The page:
The “crusading” US attorney for Manhattan has launched a criminal investigation into possible international tax avoidance that may have been revealed by the Panama Papers leak.
Preet Bharara, the US Attorney for the Southern District of New York, the area including Manhattan and Wall Street, has written to the International Consortium of Investigative Journalists, which helped break the Panama Papers story, requesting a meeting.
In his letter, reprinted in the Guardian, which also helped reveal the leak of 11.5 million files from the Panamanian law firm Mossack Fonseca, Mr Bharara writes: “The US Attorney’s Office for the Southern District of New York has opened a criminal investigation regarding matters to which the Panama Papers are relevant.
“The Office would greatly appreciate the opportunity to speak as soon as possible with any ICIJ employee or representative involved in the Panama Papers Project.
The launch of the criminal investigation comes after President Barack Obama described global tax avoidance as “a huge problem”.
Any tax avoiders who have Mr Bharara on their tail are also likely to find him an extremely dogged opponent.
Since becoming the US attorney for Manhattan in 2009, he has charged at least 96 Wall Street executives with offences connected to insider trading. By the end of last year, the New York Post was referring to him as “crusading” and claiming he had engaged in a “six-year battle against Wall Street.”
In 2011 he warned Wall Street that none of its largest firms were "too big to prosecute", and he has certainly shown little fear of confronting banking giants like Citibank, which in 2012 paid $158 million (£110 million) to settle claims its mortgage unit fraudulently misled the government into insuring risky loans.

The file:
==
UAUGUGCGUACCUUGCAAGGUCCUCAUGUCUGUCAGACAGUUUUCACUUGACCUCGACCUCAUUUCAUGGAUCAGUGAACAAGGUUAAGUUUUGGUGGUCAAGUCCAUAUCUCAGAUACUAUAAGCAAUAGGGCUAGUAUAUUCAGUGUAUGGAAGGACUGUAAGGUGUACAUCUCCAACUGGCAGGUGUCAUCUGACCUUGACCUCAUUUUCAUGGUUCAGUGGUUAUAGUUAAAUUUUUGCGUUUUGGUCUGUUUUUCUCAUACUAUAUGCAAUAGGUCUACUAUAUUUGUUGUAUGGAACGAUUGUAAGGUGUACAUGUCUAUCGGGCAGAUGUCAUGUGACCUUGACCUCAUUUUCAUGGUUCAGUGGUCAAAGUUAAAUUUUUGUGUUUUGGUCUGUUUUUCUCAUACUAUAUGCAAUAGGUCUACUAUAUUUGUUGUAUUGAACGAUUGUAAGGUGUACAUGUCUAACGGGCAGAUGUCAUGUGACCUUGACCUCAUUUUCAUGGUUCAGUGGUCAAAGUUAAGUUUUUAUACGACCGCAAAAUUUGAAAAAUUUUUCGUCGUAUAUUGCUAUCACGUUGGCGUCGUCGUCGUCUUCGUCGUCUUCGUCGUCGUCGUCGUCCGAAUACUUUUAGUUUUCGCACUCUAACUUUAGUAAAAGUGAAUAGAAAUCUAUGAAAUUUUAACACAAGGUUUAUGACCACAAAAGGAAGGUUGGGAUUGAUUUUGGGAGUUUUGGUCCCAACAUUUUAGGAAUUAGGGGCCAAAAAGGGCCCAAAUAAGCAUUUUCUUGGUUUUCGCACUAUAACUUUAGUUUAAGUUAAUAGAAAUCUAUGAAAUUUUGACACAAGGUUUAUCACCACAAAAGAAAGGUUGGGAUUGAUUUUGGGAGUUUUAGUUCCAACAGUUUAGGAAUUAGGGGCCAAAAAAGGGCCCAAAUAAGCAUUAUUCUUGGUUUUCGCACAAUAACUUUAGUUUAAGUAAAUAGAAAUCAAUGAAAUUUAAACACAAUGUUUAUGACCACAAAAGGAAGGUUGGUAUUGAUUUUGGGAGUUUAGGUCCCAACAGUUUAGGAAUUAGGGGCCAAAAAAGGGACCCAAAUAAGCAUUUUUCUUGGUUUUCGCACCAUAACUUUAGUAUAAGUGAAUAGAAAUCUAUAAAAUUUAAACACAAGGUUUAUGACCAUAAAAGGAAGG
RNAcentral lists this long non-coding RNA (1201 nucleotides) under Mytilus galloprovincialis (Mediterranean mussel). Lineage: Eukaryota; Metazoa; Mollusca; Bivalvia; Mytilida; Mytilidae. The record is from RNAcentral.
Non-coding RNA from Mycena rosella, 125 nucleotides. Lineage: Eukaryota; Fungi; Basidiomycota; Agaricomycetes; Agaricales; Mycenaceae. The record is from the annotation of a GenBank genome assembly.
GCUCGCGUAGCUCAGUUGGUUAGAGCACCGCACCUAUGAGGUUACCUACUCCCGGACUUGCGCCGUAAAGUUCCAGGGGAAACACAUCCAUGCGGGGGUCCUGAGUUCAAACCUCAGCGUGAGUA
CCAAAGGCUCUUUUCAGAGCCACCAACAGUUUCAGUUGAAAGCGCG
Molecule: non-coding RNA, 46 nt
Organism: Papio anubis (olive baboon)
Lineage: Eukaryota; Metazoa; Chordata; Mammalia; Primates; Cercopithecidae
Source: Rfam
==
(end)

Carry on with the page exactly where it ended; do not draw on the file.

His opening of a criminal investigation into the Panama Papers also comes after he was involved in charging the Wall Street financier Benjamin Wey with securities fraud in connection with alleged “reverse merger” transactions between Chinese companies and US shell companies.
Announcing the indictment against Mr Wey, the chief executive of New York Global Group, in September Mr Bharara claimed: “Ben Wey fashioned himself a master of industry, but as alleged, he was merely a master of manipulation.”
What are The Panama Papers?
According to the Guardian, the Panama Papers leak showed that Mr Wey had dealings with Mossack Fonseca.
Mr Wey, however, denies the charges against him, and Mossack Fonseca has strenuously denied any illegality, saying it has “a strong compliance record”.
The launch of the criminal investigation comes after President Obama made a rare unscheduled appearance in the White House Press briefing room to describe the revelations in the Panama Papers leak as “important stuff.”
“The problem is that a lot of this stuff is legal, not illegal.
“We shouldn’t make it legal to engage in transactions just to avoid taxes. A lot of these loopholes come at the expense of middle-class families, because that lost revenue has to be made up somewhere.
“Alternatively, it means that we’re not investing as much as we should in schools, in making college more affordable, in putting people back to work rebuilding our roads, our bridges, our infrastructure, creating more opportunities for our children.”
He was backed by Jim Yong Kim, the president of the World Bank, who said last week that widespread global tax avoidance was a “great, great concern.”
Opening the Spring Meetings of the World Bank and International Monetary Fund in Washington, he said: “When taxes are evaded, when state assets are taken and put into these havens, all of these things can have a tremendous negative effect on our mission to end poverty and boost prosperity.”